Gig bags—those bastions of convenience for the traveling or working musician—have undergone something of a renaissance in the past decade or so. They’re cooler looking, tougher and more utilitarian than ever before, as attested by all manner of water-resistant fabrics, comfortably padded shoulder straps and the part we love best: all those cool pockets.
Even a modest gig bag of today has room for several other accoutrements besides the instrument it was designed to transport, so we’ve compiled a list of 15 things you should fill out those pockets with.
Most important. Don’t be the guy who didn’t have a spare set of strings when one broke halfway through the first set.
And don’t be the guy who had a spare string but took half an hour to replace it.
3. A TUNER
A small digital one will suffice. There is absolutely no reason in this enlightened technological age to say things like, “Hey, would you give me an E?”
or head to the iOS or Android app store to download the Fender Tune App:
In case you forget your usual one for some strange reason. Or if it breaks. Or if another guy in your band forgot his. It’s inevitable.
The day will come when you hear the maddeningly annoying crackle of a bad cable. Be ready for it.
These are always disappearing; probably to the same mysterious void your other sock went.
7. PEN AND PAPER
Indispensable for everything from making set lists and labeling the soundboard to getting numbers, signing merch and emergency tracheotomies. They say Lincoln wrote the Gettysburg Address on the back of an envelope. On the way to the gig. A black marker, like a Sharpie, is perfect for the million-and-one things you'll need it for.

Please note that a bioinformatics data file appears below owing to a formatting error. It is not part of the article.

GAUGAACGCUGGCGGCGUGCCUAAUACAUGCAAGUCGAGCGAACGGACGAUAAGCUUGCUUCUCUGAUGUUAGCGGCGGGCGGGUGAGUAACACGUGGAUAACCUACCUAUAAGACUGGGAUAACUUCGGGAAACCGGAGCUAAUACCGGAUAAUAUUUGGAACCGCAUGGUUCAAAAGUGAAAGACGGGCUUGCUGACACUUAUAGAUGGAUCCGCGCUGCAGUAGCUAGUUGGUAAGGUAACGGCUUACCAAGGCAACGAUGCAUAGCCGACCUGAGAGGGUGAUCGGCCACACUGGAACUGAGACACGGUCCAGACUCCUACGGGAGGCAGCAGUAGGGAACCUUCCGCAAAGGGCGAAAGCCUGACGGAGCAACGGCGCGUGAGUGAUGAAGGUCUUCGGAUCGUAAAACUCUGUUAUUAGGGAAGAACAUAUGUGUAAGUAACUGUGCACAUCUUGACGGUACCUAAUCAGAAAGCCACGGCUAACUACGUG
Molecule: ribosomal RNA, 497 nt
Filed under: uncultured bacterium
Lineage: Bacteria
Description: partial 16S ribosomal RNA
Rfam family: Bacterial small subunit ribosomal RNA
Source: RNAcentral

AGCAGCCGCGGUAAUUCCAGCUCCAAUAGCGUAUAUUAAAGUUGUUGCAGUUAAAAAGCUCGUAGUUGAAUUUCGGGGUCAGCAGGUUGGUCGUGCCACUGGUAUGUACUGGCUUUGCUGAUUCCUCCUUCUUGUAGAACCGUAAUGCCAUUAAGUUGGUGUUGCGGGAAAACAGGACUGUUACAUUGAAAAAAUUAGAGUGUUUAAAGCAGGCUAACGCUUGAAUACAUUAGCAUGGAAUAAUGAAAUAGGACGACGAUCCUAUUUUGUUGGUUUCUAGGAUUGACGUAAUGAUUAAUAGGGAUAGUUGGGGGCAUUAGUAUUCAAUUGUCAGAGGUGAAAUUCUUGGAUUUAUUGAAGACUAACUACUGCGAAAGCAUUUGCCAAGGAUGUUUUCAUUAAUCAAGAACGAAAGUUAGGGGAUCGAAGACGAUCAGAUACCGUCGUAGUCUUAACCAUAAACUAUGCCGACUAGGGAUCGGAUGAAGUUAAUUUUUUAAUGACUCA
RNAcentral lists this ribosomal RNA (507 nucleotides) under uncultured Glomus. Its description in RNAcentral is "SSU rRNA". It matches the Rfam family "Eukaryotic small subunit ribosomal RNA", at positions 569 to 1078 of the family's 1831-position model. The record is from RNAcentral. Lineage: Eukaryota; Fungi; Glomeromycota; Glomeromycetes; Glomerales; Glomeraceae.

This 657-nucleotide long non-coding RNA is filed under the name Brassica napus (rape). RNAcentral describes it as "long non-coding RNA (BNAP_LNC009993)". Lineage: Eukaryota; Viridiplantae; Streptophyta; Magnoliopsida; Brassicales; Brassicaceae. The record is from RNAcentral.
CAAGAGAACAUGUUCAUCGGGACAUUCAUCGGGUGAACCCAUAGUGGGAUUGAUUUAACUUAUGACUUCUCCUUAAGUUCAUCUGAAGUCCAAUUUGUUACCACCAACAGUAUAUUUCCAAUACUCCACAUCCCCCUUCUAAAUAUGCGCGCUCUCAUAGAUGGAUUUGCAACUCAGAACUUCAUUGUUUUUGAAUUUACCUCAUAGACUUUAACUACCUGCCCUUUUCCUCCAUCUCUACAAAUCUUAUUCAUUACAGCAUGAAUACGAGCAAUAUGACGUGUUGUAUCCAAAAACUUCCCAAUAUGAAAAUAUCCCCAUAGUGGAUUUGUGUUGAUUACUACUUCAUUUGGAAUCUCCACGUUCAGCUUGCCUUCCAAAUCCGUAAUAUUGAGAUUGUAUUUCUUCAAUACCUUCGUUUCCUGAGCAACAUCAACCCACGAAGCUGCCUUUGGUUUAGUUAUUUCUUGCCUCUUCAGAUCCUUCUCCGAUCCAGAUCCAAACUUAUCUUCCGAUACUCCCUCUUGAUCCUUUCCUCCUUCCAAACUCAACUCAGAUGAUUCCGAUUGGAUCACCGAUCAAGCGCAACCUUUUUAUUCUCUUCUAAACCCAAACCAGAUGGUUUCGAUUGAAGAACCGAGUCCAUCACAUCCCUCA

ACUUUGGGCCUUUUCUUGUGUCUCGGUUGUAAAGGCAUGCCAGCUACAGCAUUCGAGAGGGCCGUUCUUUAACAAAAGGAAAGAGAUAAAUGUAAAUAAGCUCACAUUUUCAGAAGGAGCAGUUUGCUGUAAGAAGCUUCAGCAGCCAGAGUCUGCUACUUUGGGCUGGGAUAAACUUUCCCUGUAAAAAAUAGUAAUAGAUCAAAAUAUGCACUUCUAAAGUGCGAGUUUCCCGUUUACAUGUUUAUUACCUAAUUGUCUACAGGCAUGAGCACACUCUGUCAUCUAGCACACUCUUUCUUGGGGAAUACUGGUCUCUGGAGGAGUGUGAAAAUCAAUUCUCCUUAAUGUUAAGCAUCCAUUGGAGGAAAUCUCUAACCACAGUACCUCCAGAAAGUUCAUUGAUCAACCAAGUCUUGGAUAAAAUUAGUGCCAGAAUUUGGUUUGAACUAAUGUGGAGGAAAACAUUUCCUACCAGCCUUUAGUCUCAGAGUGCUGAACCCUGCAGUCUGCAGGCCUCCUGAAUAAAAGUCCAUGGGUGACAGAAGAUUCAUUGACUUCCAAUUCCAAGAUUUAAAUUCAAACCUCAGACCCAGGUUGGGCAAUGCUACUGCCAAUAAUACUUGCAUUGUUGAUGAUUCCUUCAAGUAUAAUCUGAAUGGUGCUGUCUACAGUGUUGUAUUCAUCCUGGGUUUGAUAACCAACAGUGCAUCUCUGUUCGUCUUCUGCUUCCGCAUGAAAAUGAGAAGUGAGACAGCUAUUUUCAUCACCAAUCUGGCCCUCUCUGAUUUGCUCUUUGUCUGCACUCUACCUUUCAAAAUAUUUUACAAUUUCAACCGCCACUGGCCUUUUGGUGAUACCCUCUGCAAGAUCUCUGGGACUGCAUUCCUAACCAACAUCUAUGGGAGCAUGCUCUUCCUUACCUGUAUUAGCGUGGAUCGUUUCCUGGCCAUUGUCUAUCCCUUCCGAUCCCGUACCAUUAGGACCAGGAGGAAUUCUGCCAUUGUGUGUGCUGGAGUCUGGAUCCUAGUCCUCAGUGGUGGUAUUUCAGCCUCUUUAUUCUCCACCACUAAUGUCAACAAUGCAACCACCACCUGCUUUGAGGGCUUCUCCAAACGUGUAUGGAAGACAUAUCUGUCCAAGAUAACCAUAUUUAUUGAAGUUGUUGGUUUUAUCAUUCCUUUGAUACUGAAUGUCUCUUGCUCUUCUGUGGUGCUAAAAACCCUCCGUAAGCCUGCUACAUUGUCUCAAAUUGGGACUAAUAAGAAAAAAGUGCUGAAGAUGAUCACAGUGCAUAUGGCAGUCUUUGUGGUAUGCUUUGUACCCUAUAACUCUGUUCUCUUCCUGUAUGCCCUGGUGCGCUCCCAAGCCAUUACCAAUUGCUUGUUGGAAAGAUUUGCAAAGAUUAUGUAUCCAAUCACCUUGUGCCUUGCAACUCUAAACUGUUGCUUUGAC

Duct tape or black gaffer tape is best, for which there are so many uses that we won’t even attempt to start listing them all.
9. POWER STRIP
When you show up at the gig, count on there not being enough outlets.
10. NINE-VOLT BATTERIES
Not every rehearsal or gig is near a convenience store. A must-have spare for effects pedals and active instruments.
11. GROUND LIFT
Spend the buck-fifty and get this little adaptor that will reduce hum, accommodate ancient two-prong outlets and occasionally save you from being zapped by your mic.
Yes, there's one in your phone, but get a little flashlight, small enough to hold between clenched teeth. It will be indispensable at bars, most of which are monuments to inadequate lighting. When setting up and adjusting your gear, it helps if you can actually see your gear.
13. BUSINESS CARDS
You really should have these anyway if you’re working consistently. But you still need the marker.
Be prepared. Aches and pains happen, especially when you are carting around heavy and unwieldy gear.
15. TOOL KIT
Bring along a tool kit so you are prepared to make minor adjustments as needed. This one features a five-in-one screwdriver with a special 4-mm hex adapter for truss rod adjustment, telescopic adjustment mirror, ruler, diagonal cutter, capo, feeler gauges, and string winder.
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